|Students during a Google Hangout on the 4th day of school.|
I took advantage of my summer just like I should have, but I overestimated my ability to get back into the flow of things as quickly as I should have. I felt, going into my fourth year, that I knew what I was doing... especially since I was teaching all of the same material as last year. Quick story, then I'll come back.
I used to work in life insurance. Not the door-to-door, or even "come into my office and we can talk" type. I was customer service. They called me. I had worked customer service in other types of jobs, and I enjoyed it, but there was something about working for an insurance company that eventually got to me: the monotony. People called me, had an issue (from a missed payment to making claim on a policy), I helped them to fix it, and we were done. Most of the time.
There were horror stories from this job, but I worked because the money was decent while I did my broadcasting thing on the side. The hours were solid, too. 7:30 - 3:30 and I was done; I could leave everything at the door. I took advantage of the schedule by getting my teaching certification and calling high school sporting events for a nearby radio station. But the monotony of the job just drained me. Seriously, ask my wife. I was a clock-watcher, and a whiner (I still am a bit), and it was painful. And when I started teaching I knew one thing at the very least: I would never have another monotonous job - the kids would always change! Back to the original focus for the post: apparently in the back of my mind I forgot that I had to prepare for a new year because I thought it would be the same as before.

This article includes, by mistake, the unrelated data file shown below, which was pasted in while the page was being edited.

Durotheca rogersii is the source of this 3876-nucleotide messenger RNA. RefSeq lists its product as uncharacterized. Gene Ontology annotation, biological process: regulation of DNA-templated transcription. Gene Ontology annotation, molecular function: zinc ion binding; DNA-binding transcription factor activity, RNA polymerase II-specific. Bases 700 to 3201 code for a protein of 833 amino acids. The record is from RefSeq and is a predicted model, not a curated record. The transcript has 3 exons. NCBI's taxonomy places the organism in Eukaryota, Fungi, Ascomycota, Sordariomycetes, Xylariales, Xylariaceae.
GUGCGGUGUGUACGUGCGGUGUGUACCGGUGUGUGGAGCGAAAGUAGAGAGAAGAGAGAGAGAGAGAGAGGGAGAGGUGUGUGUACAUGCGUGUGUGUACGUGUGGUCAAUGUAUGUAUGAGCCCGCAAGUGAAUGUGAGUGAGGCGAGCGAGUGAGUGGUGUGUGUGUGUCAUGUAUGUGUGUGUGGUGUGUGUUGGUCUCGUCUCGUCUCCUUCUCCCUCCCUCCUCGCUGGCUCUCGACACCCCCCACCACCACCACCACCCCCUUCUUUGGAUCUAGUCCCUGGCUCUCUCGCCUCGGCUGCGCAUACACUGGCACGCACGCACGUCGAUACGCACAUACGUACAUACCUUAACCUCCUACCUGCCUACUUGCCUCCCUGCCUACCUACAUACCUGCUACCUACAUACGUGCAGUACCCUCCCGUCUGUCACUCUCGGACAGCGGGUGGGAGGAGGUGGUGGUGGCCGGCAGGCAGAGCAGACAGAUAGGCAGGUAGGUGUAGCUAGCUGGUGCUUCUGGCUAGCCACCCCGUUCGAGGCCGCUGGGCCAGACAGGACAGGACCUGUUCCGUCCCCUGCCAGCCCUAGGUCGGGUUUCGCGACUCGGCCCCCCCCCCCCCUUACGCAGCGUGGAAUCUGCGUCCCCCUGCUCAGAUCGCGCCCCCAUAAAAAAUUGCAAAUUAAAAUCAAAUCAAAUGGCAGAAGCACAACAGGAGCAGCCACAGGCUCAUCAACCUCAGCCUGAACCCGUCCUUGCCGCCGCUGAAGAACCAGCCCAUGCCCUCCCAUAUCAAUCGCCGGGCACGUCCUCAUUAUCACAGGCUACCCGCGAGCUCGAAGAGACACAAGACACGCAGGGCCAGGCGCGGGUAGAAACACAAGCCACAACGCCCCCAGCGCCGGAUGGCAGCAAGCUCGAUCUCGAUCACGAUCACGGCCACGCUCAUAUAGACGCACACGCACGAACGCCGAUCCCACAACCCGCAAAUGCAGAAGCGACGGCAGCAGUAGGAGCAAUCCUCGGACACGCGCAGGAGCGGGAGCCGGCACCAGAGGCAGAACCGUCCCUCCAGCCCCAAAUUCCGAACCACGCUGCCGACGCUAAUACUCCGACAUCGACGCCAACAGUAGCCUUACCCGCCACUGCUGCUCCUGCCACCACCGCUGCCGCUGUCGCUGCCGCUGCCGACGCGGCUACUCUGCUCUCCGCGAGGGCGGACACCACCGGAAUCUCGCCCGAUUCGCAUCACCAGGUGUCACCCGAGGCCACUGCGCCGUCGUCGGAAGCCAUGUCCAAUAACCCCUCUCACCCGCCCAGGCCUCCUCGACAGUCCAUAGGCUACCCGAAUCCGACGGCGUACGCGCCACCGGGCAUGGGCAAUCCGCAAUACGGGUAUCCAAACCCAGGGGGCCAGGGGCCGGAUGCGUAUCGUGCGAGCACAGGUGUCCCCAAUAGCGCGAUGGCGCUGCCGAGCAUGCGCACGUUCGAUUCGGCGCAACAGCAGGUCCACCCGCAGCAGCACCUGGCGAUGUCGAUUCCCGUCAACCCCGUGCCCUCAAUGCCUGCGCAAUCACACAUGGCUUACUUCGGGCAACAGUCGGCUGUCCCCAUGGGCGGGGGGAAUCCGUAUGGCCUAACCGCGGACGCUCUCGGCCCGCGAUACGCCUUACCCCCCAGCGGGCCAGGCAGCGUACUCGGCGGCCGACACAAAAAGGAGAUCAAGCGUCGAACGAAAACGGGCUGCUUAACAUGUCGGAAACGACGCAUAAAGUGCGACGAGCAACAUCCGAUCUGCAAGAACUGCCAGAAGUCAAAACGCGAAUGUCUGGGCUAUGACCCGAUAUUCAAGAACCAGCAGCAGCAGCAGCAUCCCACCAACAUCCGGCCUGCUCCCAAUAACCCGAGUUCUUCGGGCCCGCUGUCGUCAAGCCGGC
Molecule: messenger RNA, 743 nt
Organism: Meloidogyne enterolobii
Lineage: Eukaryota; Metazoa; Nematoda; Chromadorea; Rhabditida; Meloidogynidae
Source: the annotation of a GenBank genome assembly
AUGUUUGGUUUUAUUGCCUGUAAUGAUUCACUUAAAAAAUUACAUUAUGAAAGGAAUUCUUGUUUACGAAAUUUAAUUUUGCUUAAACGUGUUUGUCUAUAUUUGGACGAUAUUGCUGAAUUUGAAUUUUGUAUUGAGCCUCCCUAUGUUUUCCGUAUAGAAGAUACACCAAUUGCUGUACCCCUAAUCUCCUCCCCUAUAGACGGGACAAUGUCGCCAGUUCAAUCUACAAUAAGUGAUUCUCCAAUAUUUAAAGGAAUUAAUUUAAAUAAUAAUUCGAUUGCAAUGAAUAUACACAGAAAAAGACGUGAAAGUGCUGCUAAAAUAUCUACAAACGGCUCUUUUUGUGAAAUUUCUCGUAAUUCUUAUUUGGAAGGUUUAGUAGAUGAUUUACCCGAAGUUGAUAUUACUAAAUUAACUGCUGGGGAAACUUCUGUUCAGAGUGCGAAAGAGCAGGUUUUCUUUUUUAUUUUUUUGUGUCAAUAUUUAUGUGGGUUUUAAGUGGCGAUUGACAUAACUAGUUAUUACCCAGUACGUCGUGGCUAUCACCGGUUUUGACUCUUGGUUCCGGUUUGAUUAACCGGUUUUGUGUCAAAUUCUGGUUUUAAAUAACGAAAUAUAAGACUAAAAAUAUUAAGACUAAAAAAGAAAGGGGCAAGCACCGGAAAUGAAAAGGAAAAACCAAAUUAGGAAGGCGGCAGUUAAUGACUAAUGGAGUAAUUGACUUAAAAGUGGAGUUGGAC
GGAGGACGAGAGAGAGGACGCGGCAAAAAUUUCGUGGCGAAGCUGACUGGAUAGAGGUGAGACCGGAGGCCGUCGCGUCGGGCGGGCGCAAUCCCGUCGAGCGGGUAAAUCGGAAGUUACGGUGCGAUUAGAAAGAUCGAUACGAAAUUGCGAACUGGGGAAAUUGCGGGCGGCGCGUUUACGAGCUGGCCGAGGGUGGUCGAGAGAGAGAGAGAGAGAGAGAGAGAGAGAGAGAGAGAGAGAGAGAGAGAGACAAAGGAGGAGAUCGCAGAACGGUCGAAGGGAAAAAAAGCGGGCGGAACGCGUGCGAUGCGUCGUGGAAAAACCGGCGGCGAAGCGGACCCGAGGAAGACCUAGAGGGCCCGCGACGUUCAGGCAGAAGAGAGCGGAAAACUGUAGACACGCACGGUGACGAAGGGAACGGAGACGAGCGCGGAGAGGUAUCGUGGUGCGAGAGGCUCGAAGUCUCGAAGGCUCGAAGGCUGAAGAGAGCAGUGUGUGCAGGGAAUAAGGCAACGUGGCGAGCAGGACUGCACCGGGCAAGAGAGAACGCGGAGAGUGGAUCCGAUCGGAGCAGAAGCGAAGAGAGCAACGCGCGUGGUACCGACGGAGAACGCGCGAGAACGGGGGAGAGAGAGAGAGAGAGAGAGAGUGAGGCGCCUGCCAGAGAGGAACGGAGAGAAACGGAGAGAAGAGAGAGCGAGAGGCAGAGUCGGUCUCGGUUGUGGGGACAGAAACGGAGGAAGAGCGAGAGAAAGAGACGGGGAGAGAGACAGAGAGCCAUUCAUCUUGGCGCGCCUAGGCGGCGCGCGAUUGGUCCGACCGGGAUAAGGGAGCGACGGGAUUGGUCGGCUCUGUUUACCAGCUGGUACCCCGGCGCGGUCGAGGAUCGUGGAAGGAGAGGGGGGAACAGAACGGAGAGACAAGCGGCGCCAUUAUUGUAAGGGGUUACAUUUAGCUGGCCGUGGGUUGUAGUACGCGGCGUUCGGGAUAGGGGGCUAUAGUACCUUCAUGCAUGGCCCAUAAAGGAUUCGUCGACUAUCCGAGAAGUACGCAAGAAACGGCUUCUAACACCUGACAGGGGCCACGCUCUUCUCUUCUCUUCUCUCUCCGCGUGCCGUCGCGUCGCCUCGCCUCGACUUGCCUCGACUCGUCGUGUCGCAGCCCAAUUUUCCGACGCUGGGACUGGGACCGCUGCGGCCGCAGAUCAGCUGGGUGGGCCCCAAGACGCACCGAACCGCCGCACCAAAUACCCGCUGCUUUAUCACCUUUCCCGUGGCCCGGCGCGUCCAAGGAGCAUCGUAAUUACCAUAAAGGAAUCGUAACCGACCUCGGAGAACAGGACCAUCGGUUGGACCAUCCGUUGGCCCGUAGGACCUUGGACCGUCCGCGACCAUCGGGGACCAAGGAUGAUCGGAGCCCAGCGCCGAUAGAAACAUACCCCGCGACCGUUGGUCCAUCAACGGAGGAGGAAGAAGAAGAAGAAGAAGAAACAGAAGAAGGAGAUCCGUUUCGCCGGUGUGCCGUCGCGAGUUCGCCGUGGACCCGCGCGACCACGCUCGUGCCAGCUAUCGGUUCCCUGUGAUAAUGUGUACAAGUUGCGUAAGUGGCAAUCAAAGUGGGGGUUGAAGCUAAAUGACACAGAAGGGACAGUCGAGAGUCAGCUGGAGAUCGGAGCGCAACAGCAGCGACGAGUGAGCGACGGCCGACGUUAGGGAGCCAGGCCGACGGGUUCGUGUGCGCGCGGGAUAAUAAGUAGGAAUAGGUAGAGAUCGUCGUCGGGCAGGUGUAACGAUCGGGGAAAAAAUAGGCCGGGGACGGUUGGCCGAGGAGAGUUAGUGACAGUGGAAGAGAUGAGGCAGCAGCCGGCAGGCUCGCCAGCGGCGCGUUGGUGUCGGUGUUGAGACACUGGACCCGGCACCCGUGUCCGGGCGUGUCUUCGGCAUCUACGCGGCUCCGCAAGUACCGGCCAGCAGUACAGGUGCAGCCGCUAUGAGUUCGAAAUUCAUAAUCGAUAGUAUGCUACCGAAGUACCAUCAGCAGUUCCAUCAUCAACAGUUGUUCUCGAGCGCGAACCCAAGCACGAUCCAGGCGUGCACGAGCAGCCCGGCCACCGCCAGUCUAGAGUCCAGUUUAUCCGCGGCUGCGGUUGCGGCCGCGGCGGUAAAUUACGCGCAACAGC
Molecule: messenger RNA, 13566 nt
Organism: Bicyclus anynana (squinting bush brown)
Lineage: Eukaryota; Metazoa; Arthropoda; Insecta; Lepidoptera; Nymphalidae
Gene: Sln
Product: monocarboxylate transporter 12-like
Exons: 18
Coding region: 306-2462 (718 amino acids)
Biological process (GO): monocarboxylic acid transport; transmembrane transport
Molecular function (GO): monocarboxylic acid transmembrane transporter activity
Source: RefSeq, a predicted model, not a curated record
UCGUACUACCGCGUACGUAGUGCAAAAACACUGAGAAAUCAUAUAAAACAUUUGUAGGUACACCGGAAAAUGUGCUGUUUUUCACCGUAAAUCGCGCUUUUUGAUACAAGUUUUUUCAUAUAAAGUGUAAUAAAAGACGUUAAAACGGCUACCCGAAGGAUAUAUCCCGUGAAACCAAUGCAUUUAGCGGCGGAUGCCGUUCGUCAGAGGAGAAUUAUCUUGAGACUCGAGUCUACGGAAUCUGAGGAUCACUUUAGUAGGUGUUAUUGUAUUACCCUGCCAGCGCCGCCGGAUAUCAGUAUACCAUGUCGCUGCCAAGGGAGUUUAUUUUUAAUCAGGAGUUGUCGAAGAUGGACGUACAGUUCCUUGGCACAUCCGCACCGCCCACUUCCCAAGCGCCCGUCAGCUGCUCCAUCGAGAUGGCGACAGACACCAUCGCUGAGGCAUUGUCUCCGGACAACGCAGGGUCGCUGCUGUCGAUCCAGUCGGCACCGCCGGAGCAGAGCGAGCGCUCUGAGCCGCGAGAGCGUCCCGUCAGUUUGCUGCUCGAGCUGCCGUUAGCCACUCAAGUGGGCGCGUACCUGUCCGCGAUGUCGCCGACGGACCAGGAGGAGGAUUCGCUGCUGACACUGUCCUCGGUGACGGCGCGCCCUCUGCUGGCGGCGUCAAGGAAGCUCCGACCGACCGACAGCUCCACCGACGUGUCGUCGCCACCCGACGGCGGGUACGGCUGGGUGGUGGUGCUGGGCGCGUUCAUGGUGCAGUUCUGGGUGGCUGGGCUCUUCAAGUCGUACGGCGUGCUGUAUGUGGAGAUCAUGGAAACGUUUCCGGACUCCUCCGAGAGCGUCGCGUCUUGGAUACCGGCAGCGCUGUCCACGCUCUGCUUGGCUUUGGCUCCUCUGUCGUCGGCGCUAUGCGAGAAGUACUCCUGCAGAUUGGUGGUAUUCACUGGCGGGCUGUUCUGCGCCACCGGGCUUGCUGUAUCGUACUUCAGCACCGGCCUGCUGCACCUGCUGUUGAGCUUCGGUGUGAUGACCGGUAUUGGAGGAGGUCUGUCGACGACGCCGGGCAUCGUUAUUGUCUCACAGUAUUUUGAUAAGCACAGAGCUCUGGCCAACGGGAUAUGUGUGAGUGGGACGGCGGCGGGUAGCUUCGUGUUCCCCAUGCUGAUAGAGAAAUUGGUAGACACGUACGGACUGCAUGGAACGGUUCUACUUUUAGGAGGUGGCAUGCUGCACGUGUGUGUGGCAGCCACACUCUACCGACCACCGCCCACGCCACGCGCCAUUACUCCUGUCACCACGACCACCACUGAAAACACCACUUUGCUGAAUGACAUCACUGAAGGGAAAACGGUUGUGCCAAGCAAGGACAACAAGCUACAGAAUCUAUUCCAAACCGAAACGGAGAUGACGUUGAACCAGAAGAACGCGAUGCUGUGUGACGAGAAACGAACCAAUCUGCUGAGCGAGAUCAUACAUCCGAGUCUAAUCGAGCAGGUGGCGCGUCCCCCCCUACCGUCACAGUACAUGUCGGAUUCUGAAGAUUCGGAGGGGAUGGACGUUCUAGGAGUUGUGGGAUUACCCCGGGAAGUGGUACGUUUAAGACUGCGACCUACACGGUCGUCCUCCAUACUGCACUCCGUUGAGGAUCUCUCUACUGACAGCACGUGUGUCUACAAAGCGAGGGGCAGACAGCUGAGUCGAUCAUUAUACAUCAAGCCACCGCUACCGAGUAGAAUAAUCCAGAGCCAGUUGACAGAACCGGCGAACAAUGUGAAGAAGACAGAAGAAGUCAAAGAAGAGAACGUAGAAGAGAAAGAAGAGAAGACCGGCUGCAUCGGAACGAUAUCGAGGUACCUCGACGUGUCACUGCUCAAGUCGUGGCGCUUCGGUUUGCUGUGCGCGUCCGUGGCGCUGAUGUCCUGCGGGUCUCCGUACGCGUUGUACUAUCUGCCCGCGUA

Add to that: preparing for a 1:1 classroom, a new system for updating Macs, a student-teacher, and the joys of completely new staffs for both newspaper and yearbook (a combined seven students that were in either class for their second year), and I found myself trying to keep my head above water.
But, I now think I'm ready. An observation from @dschoening reminded me that I'm on the right track. And my (internal) whining lessened. Thanks. So far, I've had no real issues with the technology (other than network problems, and they seem to have been smoothed out as of Friday). The kids seem to be used to the expectations for using the computers, and the procedures are becoming the norm. It's getting better.
My philosophy has always been that if you do the little things well, the big things come easy. I'm starting to get the little things done. Unfortunately, maybe a week too late. Lesson learned.
Oh, and I started my next grad class: Intro to Research. This should be thrilling!